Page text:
Yesterday (January 29), Recording Academy president Neil Portnow made headlines for all the wrong reasons when, upon being asked by Variety about the lack of female winners at this year's Grammy Award, said that it was on the women to "step up" to warrant recognition. Here are his words:
"It has to begin with… women who have the creativity in their hearts and souls, who want to be musicians, who want to be engineers, producers, and want to be part of the industry on the executive level… [They need] to step up because I think they would be welcome. I don't have personal experience of those kinds of brick walls that you face but I think it's upon us — us as an industry — to make the welcome mat very obvious, breeding opportunities for all people who want to be creative and paying it forward and creating that next generation of artists."
Naturally, he incited a fervent frustration in female artists (and male) who took to social media to rebuke his tone-deaf opinions.
Another powerful woman, leading by example. We ALL have a responsibility to call out the absurd lack of equality everywhere we see it. I'm proud of ALL the women making incredible art in the face of continual resistance. ✊— KATY PERRY (@katyperry) January 30, 2018
P.s VH1 Divas Live. https://t.co/RDmB7zRfId
I strongly back the disagreement with the way that the Academy approaches things but please remember the Grammys are voted by a “jury of peers” which means other artists and producers and writers select the nominees.— h (@halsey) January 30, 2018
Neil’s comment was absurd. Female artists came HARD in 2017. But the nominees are selected by peers and their opinion of the music. Which means it’s a conversation about the standards of which the ENTIRE INDUSTRY expects women to uphold.— h (@halsey) January 30, 2018
I wish the #Grammys would return to female/male categories. Who will young girls be inspired by to pick up a guitar and rock when most every category is filled with men? I'm not sure it is about women needing to “step up”, (as said by the male in charge). #GrammysSoMale https://t.co/v1rvbT3pCC— Sheryl Crow (@SherylCrow) January 29, 2018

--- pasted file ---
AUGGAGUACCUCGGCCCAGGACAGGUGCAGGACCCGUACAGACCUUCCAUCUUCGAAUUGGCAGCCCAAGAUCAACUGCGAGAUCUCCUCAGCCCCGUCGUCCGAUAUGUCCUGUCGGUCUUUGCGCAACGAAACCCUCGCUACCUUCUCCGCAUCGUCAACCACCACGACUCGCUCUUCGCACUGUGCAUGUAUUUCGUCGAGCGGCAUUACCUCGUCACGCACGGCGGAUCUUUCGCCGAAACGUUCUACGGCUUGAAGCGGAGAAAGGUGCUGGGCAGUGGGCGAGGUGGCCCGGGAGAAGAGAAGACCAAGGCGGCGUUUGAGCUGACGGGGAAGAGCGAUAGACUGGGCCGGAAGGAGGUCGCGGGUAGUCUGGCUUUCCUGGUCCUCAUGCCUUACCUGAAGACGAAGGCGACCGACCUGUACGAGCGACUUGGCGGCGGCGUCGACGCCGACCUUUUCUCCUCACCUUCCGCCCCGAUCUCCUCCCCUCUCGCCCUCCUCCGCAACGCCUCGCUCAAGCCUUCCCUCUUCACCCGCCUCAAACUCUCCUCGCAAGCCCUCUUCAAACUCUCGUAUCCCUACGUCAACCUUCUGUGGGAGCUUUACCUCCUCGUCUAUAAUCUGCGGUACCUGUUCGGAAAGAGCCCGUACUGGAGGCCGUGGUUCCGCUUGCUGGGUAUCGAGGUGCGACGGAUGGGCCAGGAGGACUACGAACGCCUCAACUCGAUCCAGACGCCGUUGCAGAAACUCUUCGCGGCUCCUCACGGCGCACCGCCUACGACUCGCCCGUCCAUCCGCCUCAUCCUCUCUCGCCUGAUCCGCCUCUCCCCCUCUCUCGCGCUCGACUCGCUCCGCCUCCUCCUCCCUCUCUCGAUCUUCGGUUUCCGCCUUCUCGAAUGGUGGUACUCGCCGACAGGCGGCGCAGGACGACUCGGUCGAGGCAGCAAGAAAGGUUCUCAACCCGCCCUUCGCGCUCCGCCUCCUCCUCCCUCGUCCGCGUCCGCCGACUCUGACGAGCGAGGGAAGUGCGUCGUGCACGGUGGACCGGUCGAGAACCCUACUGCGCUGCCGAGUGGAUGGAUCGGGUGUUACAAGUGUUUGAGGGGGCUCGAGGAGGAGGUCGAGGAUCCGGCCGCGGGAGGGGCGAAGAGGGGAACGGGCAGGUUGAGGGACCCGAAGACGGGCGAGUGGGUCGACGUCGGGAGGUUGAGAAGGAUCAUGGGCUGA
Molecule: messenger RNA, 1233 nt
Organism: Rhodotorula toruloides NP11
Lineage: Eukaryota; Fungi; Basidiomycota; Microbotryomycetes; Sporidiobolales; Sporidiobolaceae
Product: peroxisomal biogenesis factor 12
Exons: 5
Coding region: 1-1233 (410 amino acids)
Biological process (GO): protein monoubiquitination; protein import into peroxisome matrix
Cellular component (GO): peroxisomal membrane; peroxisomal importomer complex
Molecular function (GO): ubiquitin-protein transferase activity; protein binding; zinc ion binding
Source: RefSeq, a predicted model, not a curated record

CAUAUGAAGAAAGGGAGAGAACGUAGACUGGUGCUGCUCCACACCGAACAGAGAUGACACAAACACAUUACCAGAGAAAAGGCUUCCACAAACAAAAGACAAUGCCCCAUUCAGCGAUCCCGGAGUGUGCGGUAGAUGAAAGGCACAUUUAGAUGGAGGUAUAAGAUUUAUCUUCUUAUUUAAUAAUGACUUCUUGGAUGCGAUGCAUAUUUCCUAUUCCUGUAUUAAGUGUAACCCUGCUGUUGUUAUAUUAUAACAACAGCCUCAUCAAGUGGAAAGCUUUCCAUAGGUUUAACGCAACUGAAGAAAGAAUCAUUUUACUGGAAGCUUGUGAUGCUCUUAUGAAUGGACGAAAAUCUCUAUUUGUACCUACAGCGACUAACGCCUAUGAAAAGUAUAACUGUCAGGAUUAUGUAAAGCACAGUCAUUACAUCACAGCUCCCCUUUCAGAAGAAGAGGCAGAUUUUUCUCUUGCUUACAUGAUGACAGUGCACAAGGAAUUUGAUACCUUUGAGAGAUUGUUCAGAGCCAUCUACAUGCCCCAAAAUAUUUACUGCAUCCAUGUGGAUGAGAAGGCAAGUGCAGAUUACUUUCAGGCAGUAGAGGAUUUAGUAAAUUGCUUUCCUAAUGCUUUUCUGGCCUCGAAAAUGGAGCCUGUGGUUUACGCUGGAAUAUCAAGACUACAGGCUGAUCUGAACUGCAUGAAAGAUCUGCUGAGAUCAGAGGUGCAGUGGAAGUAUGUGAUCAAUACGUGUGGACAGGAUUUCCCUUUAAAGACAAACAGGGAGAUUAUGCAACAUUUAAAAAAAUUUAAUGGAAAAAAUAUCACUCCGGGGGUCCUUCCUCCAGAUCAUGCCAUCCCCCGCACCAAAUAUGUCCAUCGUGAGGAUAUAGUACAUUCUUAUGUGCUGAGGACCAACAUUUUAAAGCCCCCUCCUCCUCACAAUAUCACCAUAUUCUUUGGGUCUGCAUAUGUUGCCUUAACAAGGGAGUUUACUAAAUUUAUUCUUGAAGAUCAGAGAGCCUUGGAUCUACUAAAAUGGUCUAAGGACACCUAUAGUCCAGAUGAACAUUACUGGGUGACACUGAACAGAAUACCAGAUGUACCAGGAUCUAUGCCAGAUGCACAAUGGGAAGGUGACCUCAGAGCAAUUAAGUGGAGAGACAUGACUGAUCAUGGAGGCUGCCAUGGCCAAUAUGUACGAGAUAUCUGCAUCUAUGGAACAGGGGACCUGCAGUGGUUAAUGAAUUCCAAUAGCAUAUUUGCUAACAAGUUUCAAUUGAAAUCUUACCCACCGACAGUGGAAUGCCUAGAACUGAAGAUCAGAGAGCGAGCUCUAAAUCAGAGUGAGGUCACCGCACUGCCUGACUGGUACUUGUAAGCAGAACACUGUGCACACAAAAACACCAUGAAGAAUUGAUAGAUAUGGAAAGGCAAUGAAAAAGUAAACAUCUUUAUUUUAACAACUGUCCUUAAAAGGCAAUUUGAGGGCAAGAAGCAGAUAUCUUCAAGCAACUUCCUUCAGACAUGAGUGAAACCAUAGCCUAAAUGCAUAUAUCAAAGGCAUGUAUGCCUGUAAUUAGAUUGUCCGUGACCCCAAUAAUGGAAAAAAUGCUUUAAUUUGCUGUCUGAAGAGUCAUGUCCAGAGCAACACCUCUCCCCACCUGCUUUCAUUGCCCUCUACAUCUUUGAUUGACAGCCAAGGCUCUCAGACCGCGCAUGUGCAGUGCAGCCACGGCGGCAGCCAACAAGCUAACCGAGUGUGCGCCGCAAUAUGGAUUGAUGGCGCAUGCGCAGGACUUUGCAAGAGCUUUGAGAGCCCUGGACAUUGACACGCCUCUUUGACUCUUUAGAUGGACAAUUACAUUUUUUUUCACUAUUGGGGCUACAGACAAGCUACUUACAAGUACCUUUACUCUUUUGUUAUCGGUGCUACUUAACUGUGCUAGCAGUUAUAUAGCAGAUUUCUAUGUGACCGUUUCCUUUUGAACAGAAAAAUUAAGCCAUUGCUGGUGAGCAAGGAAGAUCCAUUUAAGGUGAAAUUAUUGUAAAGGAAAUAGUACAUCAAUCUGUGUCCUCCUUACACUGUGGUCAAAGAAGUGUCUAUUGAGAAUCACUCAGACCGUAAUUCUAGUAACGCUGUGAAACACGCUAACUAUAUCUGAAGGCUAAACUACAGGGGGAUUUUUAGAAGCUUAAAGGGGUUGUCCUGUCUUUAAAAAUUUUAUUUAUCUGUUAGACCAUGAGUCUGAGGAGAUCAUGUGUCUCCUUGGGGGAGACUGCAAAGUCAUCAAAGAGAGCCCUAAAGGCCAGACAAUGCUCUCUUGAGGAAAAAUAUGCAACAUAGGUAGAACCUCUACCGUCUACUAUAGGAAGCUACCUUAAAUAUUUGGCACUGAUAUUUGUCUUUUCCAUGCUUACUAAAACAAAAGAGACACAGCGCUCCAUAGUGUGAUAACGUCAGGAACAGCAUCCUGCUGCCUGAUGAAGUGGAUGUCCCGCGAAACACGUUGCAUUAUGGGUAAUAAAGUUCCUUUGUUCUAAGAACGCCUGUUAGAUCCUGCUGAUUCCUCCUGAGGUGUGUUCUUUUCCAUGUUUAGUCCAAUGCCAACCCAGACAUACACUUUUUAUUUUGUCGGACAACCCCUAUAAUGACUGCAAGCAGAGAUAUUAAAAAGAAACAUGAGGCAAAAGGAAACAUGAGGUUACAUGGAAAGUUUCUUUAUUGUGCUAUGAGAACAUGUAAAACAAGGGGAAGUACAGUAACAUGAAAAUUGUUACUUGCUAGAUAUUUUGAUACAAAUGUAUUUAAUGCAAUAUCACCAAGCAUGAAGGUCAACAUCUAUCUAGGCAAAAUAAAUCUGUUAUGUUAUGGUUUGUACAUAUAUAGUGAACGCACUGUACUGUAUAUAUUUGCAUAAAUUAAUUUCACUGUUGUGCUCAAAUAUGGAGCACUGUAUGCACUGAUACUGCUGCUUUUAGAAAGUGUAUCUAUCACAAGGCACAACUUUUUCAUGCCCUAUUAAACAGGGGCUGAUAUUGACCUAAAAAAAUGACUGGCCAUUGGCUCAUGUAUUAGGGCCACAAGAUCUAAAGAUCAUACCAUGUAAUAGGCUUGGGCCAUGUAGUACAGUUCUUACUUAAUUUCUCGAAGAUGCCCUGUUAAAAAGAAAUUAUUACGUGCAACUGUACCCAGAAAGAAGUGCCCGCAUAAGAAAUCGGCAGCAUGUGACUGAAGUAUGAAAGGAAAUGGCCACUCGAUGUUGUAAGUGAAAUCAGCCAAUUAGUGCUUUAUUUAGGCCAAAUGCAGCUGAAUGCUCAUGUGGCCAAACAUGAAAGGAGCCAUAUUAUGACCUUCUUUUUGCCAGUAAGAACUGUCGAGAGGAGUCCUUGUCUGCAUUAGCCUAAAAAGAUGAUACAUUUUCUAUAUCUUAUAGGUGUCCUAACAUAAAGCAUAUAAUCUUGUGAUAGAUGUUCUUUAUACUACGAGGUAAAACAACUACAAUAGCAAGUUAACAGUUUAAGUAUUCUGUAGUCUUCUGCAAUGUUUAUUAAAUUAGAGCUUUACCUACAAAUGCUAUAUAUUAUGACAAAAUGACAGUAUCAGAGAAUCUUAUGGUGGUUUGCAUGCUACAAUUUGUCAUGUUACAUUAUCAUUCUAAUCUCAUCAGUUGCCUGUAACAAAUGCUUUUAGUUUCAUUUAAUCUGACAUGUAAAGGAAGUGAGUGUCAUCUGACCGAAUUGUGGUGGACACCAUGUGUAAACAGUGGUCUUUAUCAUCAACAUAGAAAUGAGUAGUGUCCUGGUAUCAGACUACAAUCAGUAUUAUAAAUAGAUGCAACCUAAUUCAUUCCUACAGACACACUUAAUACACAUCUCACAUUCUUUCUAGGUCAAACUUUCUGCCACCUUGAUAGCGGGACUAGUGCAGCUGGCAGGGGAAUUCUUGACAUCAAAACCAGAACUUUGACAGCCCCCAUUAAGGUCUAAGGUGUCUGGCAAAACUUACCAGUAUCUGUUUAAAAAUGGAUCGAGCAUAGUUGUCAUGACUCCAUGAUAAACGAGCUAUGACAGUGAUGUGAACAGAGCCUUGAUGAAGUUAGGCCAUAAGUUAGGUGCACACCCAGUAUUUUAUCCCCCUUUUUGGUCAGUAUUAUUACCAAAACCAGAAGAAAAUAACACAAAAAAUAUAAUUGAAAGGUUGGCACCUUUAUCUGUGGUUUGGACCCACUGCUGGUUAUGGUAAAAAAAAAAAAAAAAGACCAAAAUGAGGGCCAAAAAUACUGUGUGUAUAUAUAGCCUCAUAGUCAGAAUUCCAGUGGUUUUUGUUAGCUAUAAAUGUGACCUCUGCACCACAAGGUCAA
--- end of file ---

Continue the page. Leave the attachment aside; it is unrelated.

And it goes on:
ugh bout 2 step up on 2 ur face.. women are making AMAZING music right now wtf is this dude talking about ????? https://t.co/EkijTA33QW— Charli (@charli_xcx) January 29, 2018
Not the best response :/ Women are stepping up and making AMAZING music and have been for years. Men with privilege, power and access just need to acknowledge their existence. https://t.co/RlVGp1p8dC— Justin Tranter (@justtranter) January 29, 2018
He needs to step down. Now. pic.twitter.com/ZtcKe207wI— Justin Tranter (@justtranter) January 30, 2018
Neil Portnow, there is only so much 'stepping up' women in the industry can do when men like yourselves use the platforms you are privileged to have to make ignorant statements like this.— Jack Garratt (@JackGarratt) January 29, 2018
You have done nothing but feed the systemic issue.
Tegan and Sara
Well. At least the music industry is consistent across North America in putting the blame on women for not being nominated. https://t.co/wdaDorqZy0— Tegan and Sara (@teganandsara) January 29, 2018
Portnow has since backtracked on his comments, telling The Hollywood Reporter today (January 30) that the "two words" he "regrettably" used were not in the correct context and that he encourages "actively work[ing] to eliminate...barriers" that women in the industry face.
"Last night, I was asked a question about the lack of female artist representation in certain categories of this year's Grammy Awards. Regrettably, I used two words, 'step up,' that, when taken out of context, do not convey my beliefs and the point I was trying to make. Our industry must recognize that women who dream of careers in music face barriers that men have never faced. We must actively work to eliminate these barriers and encourage women to live their dreams and express their passion and creativity through music. We must welcome, mentor and empower them. Our community will be richer for it. I regret that I wasn't as articulate as I should have been in conveying this thought. I remain committed to doing everything I can to make our music community a better, safer, and more representative place for everyone."